3D Printing

The difference between industrial-grade FFF and desktop 3D printers

By May 1, 2020
FFF vs. 3D Hero

3D printing has received a lot of buzz over the past decade, but it’s hardly a new invention. Hideo Kadama pioneered what’s now known as additive manufacturing in 1981 when he described a rapid prototyping system that could build models using multiple layers of solidified photopolymers. Since then, engineers haven’t stopped innovating with 3D printing. The industry even gave rise to an array of medical applications, producing 3D printed bladders, kidneys, prosthetic legs, and blood vessels, all between 1999 and 2010 alone.

Arguably the most important era in 3D printing’s history is the mid-2000s, when additive manufacturing became increasingly democratized. In 2009, the old patents on fused filament fabrication (FFF) expired and desktop printers flooded the market. Now, amateurs and established engineers alike can create CAD designs and build just about whatever they want, from bolts to toys to firearms. However, there’s a big difference between industrial-grade fused deposition modeling (FDM), the Stratasys branded name for FFF, and at-home filament extrusion.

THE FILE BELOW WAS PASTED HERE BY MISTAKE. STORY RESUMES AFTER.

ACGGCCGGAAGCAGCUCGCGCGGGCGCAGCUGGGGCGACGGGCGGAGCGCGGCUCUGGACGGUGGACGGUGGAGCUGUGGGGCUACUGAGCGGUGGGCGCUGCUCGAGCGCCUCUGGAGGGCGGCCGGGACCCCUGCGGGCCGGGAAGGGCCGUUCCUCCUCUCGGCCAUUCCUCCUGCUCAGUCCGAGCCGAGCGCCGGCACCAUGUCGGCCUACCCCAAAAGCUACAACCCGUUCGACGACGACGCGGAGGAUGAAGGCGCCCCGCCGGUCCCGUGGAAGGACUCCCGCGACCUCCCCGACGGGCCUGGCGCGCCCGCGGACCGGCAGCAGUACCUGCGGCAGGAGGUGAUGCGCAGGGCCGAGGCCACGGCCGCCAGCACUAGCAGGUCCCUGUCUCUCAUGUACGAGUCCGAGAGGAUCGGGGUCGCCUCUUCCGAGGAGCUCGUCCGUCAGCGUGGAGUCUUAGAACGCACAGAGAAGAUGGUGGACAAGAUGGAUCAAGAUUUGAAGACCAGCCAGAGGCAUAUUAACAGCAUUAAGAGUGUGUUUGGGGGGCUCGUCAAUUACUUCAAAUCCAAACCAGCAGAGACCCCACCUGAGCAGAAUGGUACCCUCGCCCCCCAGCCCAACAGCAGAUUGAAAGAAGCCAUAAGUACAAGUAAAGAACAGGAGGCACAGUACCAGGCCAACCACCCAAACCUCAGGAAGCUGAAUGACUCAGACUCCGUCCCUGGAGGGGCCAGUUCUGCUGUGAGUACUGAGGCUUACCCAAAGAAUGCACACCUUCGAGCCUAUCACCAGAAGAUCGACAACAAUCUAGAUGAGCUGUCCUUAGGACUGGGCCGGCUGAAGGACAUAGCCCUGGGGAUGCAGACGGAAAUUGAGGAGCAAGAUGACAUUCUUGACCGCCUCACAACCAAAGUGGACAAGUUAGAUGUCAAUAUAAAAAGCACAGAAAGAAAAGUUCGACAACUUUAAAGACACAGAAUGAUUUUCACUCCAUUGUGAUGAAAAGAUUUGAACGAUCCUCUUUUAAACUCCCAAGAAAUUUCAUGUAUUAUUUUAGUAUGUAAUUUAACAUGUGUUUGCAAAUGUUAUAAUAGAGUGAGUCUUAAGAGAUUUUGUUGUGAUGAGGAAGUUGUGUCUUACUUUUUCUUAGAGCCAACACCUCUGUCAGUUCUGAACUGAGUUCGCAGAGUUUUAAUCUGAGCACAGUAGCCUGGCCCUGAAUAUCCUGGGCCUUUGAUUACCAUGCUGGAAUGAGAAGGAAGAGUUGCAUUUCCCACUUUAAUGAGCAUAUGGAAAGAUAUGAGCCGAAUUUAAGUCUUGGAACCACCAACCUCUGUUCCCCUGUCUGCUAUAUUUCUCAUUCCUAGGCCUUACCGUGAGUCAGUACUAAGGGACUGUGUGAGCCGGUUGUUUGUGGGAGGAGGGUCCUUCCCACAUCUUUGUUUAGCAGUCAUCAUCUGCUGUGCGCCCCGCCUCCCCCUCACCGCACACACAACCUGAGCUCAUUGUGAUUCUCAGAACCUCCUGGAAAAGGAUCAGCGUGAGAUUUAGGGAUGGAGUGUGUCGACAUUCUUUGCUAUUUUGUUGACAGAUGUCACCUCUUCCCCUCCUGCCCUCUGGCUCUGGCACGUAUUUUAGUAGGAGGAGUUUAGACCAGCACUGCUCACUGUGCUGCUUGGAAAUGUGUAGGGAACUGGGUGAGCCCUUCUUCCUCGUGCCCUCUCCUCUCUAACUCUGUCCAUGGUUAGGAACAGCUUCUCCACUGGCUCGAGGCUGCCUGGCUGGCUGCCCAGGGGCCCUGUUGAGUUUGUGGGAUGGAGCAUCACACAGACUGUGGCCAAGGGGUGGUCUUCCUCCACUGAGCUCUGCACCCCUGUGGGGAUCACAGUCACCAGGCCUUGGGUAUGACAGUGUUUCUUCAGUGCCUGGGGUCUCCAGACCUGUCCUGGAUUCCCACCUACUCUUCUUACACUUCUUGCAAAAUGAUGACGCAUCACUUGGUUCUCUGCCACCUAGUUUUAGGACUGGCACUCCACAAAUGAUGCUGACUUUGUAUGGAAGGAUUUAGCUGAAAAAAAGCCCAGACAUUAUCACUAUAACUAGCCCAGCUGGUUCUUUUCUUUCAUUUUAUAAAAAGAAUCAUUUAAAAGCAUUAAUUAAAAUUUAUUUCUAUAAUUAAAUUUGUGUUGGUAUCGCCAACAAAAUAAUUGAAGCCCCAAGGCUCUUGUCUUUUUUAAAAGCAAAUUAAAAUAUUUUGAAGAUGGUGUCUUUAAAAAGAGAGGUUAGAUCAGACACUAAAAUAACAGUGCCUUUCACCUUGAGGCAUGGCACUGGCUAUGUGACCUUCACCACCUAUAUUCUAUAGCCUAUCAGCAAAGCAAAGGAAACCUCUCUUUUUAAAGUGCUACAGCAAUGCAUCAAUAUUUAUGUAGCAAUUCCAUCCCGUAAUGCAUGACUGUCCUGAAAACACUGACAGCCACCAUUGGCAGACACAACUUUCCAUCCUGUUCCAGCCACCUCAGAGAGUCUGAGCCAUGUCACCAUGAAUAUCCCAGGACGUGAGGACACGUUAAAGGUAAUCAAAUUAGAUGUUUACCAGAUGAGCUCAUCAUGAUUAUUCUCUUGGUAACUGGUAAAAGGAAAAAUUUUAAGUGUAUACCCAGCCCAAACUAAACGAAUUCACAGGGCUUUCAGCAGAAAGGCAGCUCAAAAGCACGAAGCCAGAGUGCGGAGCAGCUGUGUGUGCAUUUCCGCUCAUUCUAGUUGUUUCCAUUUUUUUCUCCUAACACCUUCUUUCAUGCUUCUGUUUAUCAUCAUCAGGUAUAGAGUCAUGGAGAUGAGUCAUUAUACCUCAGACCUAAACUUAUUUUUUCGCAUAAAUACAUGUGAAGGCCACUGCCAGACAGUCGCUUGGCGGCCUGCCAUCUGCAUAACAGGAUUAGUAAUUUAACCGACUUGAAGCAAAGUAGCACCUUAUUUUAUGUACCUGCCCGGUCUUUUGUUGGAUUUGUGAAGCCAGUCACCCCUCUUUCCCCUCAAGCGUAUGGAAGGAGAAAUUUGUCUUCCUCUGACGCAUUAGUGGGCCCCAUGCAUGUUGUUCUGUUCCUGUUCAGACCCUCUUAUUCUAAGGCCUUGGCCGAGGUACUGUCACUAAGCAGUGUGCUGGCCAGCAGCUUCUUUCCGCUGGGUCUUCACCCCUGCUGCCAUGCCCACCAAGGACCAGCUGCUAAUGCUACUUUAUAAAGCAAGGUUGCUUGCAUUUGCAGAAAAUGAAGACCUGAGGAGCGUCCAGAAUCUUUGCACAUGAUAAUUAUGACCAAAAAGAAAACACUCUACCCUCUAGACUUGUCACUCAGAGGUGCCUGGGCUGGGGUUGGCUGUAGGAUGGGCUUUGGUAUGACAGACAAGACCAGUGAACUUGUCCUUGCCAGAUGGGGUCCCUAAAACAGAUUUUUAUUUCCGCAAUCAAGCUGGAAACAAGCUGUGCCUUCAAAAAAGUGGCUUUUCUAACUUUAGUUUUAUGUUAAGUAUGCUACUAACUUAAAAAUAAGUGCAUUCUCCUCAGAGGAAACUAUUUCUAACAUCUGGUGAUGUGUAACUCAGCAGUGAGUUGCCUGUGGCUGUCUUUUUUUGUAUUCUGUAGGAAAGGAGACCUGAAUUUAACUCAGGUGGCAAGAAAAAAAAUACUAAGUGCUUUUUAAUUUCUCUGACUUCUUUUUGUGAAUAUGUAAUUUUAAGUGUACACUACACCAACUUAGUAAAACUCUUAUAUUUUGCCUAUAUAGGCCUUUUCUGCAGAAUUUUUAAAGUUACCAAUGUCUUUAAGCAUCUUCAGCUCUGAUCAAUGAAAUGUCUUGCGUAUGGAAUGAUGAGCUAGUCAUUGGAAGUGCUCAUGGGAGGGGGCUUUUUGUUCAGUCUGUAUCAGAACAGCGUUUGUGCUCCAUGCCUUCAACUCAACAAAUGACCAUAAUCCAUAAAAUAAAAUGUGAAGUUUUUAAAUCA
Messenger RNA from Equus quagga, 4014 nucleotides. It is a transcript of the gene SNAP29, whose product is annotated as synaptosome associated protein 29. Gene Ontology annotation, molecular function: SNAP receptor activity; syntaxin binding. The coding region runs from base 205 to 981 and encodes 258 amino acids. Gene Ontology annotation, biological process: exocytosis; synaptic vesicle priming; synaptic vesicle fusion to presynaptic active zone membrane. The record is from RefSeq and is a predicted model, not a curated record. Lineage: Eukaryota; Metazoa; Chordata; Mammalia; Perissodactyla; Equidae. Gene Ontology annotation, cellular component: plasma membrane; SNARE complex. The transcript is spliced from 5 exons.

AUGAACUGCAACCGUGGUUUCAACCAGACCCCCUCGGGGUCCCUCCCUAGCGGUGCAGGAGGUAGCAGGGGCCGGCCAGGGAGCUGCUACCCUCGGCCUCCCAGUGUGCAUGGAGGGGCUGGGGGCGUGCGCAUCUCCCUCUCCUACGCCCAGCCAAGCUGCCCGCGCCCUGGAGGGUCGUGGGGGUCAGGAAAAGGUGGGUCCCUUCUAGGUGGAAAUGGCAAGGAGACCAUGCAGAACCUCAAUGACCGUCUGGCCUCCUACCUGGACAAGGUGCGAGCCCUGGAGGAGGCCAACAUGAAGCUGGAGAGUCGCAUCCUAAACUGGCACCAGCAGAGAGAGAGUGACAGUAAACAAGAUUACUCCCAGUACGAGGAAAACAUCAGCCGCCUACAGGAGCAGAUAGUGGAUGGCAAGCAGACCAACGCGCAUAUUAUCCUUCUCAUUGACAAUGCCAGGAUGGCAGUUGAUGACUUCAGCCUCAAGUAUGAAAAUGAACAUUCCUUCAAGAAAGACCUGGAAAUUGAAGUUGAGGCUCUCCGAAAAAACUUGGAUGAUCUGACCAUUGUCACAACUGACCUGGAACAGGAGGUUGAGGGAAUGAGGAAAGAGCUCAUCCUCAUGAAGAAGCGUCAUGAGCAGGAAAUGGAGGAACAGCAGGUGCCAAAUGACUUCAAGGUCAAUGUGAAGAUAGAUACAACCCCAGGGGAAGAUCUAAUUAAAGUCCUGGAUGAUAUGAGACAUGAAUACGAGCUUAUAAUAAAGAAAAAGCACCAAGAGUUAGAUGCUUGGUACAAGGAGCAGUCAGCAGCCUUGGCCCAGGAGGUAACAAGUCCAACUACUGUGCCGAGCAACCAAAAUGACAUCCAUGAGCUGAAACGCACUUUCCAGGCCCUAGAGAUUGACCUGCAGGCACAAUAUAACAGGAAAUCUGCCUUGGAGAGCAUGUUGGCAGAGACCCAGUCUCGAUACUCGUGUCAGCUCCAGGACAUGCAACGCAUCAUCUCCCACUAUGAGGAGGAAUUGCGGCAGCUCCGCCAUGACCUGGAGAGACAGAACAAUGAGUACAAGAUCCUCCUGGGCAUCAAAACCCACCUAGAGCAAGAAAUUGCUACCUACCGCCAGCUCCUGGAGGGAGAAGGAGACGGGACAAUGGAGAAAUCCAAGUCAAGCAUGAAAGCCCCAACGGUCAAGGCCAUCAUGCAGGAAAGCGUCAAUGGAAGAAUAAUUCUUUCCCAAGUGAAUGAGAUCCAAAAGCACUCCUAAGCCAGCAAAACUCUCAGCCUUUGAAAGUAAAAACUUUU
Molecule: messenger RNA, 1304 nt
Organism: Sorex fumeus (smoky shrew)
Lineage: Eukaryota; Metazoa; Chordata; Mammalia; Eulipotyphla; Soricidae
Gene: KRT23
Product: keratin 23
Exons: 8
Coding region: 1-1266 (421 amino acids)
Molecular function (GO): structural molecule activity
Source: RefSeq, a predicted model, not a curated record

The shared technology of industrial grade and desktop FFF

Industrial-grade  and desktop FFF share the same core processes, meaning they both use a heated nozzle to melt down thermoplastic material and extrude it one layer at a time until a solid product is formed. What’s more, recent advances in desktop filament extrusion have brought them a little closer to matching the technical capabilities of industrial-grade printing.

Industrial FFF is known for its high accuracy because it has tighter controls due to the processing parameters during printing. Industrial FFF printers use calibration algorithms, heated chambers, dual extrusion, and higher printing temperatures to ensure a high-quality print. Many high-end filament extrusion desktop printers on the market possess these same functions and can even produce parts with a relatively high dimensional accuracy and minimum feature size, approaching the nuance achieved by industrial FFF.

However, hobbyists and engineers alike have been known to conflate desktop printing with industrial-grade printing. Many engineers use small-scale filament extrusion for prototyping purposes. However, prototypes produced via desktop FFF will not achieve the same mechanical properties as those created using industrial-grade technology. Beyond the fundamental technological similarities and capacity for detail, industrial and desktop FFFs differ significantly.

Key differences between industrial-grade FFF and filament extrusion

Industrial grade FFF, popular among additive manufacturers, is designed for low to medium production runs, mold printing for low run injection molding, and producing large prototypes quickly. These printers have larger printing areas, so they can either produce one or two large parts or multiple copies of smaller parts during a single print. Industrial-grade printers, like the Stratasys F900, are also known for their repeatability and reliability. The same cannot be said for at-home 3D printers.